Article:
It was inevitable, perhaps, that one of the three GOP Senate candidates and/or their surrogates would go there. Last week, adman Art Hackney, who runs the pro-GOP Senate candidate Dan Sullivan super PAC, released an anti-Begich radio ad taking on the Begich campaign's recent commercials that show him all virile-like, zooming on a snowmachine through the North Slope, talking about the ground being penetrated, rigs that are going to be raised, oil that's going to be pumped, homestyle country twang in the backdrop, music that Hackney's ad says sounds straight out of an "erectile dysfunction" commercial.
There is a House candidate in Ohio who has an ad that goes after Speaker John Boehner for "electile" dysfunction but I'd venture to say that Hackney's ad is the first that takes ED straight on. In any case, once you've heard Hackney's ad, you'll never see the Begich commercial, or that awful ED commercial, in the same way again.
Speaking of dysfunctional: Alaska's Republican Party convention is in Juneau this weekend. Juneau? Why there? Don't you have to buy a plane ticket to get there? Isn't it expensive? For the masses?
Exactly. As many in the state know, when you really want to get things done far from the eyes of the masses -- and still want whiskey on the rocks to cap off your evening -- you head to Juneau.
Some might remember how the masses, loosely called the tea party but with a uniquely Alaska twist, took over the party in 2012. Others remember all too well how it ended at a year later, when the vice chair turned chair changed the locks on the doors to the Anchorage GOP headquarters, skipped town and threatened legal action if anyone tried to pull a Watergate break-in.
For some, as a description of one rowdy populist campaign put it, it seemed like "the galoots were loose."
The new chair, Peter Goldberg, may not be a galoot. But he isn't gaining points for style, I'm told. He's prone to bellowing, "Attention," drill sergeant style when people aren't alert enough for his tastes. "He needs to chill out," I was told. Perhaps he's suffering from something, something that could be cured with some music, maybe something homestyle, with a country twang.
Relatively tea-party free, the convention began in earnest at 7:30 a.m. on Friday with a Senate forum including all three Republican candidates, one of whom has the firm backing of the "Republican establishment," who really want Treadwell and Miller out of the race so they can get on with beating Begich. To greet the bleary audience was a poll on each chair, showing Dan Sullivan leading the pack, the intent of which was to emasculate Miller and Treadwell. Reports say that both, however, appeared to stand erect and hold their own. Miller declined to say whether he would support the Republican nominee if it weren't him. The crowd gasped.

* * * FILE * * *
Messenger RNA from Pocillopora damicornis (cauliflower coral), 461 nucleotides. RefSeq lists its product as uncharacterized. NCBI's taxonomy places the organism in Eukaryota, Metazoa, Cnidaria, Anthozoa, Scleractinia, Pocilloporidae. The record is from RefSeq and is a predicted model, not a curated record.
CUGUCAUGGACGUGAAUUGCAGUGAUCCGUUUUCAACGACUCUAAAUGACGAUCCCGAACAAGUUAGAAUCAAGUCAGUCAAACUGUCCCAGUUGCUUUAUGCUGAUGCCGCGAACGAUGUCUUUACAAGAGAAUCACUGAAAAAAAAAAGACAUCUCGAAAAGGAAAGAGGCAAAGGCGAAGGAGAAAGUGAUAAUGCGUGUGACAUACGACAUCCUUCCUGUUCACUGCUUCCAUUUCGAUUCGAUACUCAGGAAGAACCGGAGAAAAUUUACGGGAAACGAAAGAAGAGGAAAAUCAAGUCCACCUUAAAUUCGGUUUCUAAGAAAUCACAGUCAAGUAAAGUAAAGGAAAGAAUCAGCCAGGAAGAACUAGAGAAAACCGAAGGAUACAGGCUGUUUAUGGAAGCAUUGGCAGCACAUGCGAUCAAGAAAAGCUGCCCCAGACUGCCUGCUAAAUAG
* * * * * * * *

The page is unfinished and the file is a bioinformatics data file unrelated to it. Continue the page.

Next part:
No matter what you think about him, Miller doesn't need any country twang in the background.
In any event, Goldberg was re-elected as chair and vice chair will be Frank McQueary, whose birthday was Saturday.
Speaking of holding their own, women can do so also, until they don't. Rep. Lindsey Holmes, a Democrat who chose to turn Republican, will not run again for her seat in West Anchorage. Word is all the criticism for the switch was too much for her. A shame. She was a good legislator who knew how to pass good bills.
And then there's Clare Ross, who was running against Holmes. She decided to make the switch to run for Senate and leave the seat to Matt Claman before Holmes announced that she was bowing out. Pollster and political consultant Ivan Moore said that Ross did so at the bequest of "Democratic Party pawn makers," except that, because he's a Brit, it came out as "Democratic porn makers." Another shame. She also would have made a good legislator,
And we'll be minus yet another strong woman soon. Enstar CEO Colleen Starring will be leaving Alaska for a job in Canada. No word on her replacement. Starring started her career as a receptionist and worked her way up through the male-dominated world of utilities. She's tough, smart and beautiful and she'll be missed.
Also leaving the state is Alaska House Minority Spokesman Mark Gnadt, who's headed for Switzerland to take a job with a conservation organization. He's not as beautiful as Colleen but he's great at what he does and he'll also be missed.
Finally, the governor's race is heating up. Two super PACs have filed with APOC to get involved in the Alaska governor's race by boosting the candidacy of Democratic candidate Byron Mallott (Mallott-One Alaska PAC) and independent candidate Bill Walker (Walker for Alaska's Future). To date, no one has created one to support the campaign of Gov. Parnell, who appears to be raising enough money on his own that he doesn't need a surrogate speaking for him.
Not yet, anyway. The election is eons away, with lots of time ripe for some "electile" dysfunction.
Correction: An earlier version of this column incorrectly reported that Republican Senate candidate Joe Miller said he wouldn't support the Republican nominee if he lost the primary. Miller actually said he wouldn't commit now to supporting the candidate, leaving the issue unresolved.